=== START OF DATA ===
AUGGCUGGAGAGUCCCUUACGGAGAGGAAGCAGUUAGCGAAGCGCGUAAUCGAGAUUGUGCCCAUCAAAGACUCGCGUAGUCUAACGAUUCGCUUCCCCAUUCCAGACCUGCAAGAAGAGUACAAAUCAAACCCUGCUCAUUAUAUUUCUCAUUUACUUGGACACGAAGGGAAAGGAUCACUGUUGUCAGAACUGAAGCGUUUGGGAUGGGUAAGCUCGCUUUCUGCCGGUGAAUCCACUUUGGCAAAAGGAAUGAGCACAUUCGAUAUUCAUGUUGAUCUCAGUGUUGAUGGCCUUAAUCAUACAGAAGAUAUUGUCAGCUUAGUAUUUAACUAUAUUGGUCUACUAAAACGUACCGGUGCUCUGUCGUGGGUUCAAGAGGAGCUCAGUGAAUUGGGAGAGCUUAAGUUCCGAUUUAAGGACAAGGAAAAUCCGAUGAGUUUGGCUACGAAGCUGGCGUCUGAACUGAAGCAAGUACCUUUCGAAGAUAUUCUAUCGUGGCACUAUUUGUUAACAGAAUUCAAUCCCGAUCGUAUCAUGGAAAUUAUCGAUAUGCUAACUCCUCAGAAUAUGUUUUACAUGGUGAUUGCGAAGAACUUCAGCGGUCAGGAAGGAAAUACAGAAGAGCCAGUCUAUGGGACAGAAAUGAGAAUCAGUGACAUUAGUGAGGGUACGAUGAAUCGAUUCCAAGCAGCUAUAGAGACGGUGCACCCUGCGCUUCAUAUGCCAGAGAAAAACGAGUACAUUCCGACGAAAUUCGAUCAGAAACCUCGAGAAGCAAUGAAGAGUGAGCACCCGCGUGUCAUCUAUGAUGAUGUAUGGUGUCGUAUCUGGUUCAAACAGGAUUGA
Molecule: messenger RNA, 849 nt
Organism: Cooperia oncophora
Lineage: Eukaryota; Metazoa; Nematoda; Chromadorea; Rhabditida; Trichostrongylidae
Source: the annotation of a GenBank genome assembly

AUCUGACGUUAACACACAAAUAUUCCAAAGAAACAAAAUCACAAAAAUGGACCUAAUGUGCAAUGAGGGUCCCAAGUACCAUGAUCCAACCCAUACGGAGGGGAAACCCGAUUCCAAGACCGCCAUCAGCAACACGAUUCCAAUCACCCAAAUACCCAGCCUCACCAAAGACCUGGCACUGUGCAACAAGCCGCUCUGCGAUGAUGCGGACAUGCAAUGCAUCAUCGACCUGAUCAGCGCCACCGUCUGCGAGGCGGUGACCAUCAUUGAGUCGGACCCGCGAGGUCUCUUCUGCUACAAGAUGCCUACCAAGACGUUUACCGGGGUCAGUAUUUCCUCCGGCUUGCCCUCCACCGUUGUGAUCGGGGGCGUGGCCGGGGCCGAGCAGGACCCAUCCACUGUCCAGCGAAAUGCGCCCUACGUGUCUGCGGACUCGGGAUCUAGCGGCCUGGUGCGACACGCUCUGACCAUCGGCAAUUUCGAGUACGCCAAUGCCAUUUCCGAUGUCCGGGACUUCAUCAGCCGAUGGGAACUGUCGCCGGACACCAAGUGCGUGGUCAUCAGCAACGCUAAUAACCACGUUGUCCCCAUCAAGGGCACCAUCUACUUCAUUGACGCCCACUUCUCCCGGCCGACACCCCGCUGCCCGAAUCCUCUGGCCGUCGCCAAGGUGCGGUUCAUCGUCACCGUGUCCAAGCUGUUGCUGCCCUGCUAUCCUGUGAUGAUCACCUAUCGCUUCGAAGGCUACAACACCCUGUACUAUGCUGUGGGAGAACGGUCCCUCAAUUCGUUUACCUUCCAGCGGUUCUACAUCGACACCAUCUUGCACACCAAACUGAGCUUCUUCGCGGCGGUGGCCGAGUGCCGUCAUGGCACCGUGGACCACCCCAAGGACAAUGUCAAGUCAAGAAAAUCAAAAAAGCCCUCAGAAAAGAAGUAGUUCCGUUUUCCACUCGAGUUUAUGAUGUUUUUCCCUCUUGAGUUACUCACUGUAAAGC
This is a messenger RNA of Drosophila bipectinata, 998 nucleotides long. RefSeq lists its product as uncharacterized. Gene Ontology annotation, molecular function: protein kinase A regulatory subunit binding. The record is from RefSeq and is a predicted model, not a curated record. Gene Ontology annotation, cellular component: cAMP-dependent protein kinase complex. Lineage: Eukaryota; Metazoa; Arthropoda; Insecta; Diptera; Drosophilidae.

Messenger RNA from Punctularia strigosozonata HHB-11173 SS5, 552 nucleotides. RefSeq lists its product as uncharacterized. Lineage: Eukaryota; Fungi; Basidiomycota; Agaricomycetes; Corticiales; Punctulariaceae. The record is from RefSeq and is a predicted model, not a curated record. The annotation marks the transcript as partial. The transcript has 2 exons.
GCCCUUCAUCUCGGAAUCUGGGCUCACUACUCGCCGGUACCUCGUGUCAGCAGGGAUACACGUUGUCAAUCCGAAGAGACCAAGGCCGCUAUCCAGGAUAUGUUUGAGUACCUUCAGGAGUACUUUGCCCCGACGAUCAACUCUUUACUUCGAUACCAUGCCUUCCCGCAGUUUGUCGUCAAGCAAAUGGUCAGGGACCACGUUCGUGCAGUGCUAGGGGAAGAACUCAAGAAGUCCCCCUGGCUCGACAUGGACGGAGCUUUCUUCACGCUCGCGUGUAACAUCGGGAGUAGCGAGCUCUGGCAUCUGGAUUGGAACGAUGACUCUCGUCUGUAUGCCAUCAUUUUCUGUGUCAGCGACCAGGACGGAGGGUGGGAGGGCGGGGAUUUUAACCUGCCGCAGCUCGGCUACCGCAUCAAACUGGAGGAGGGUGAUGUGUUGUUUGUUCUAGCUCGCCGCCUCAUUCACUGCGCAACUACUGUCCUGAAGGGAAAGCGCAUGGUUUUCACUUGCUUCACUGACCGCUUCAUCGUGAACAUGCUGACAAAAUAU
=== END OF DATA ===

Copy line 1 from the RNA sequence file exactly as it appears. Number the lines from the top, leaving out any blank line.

AUGGCUGGAGAGUCCCUUACGGAGAGGAAGCAGUUAGCGAAGCGCGUAAUCGAGAUUGUGCCCAUCAAAGACUCGCGUAGUCUAACGAUUCGCUUCCCCAUUCCAGACCUGCAAGAAGAGUACAAAUCAAACCCUGCUCAUUAUAUUUCUCAUUUACUUGGACACGAAGGGAAAGGAUCACUGUUGUCAGAACUGAAGCGUUUGGGAUGGGUAAGCUCGCUUUCUGCCGGUGAAUCCACUUUGGCAAAAGGAAUGAGCACAUUCGAUAUUCAUGUUGAUCUCAGUGUUGAUGGCCUUAAUCAUACAGAAGAUAUUGUCAGCUUAGUAUUUAACUAUAUUGGUCUACUAAAACGUACCGGUGCUCUGUCGUGGGUUCAAGAGGAGCUCAGUGAAUUGGGAGAGCUUAAGUUCCGAUUUAAGGACAAGGAAAAUCCGAUGAGUUUGGCUACGAAGCUGGCGUCUGAACUGAAGCAAGUACCUUUCGAAGAUAUUCUAUCGUGGCACUAUUUGUUAACAGAAUUCAAUCCCGAUCGUAUCAUGGAAAUUAUCGAUAUGCUAACUCCUCAGAAUAUGUUUUACAUGGUGAUUGCGAAGAACUUCAGCGGUCAGGAAGGAAAUACAGAAGAGCCAGUCUAUGGGACAGAAAUGAGAAUCAGUGACAUUAGUGAGGGUACGAUGAAUCGAUUCCAAGCAGCUAUAGAGACGGUGCACCCUGCGCUUCAUAUGCCAGAGAAAAACGAGUACAUUCCGACGAAAUUCGAUCAGAAACCUCGAGAAGCAAUGAAGAGUGAGCACCCGCGUGUCAUCUAUGAUGAUGUAUGGUGUCGUAUCUGGUUCAAACAGGAUUGA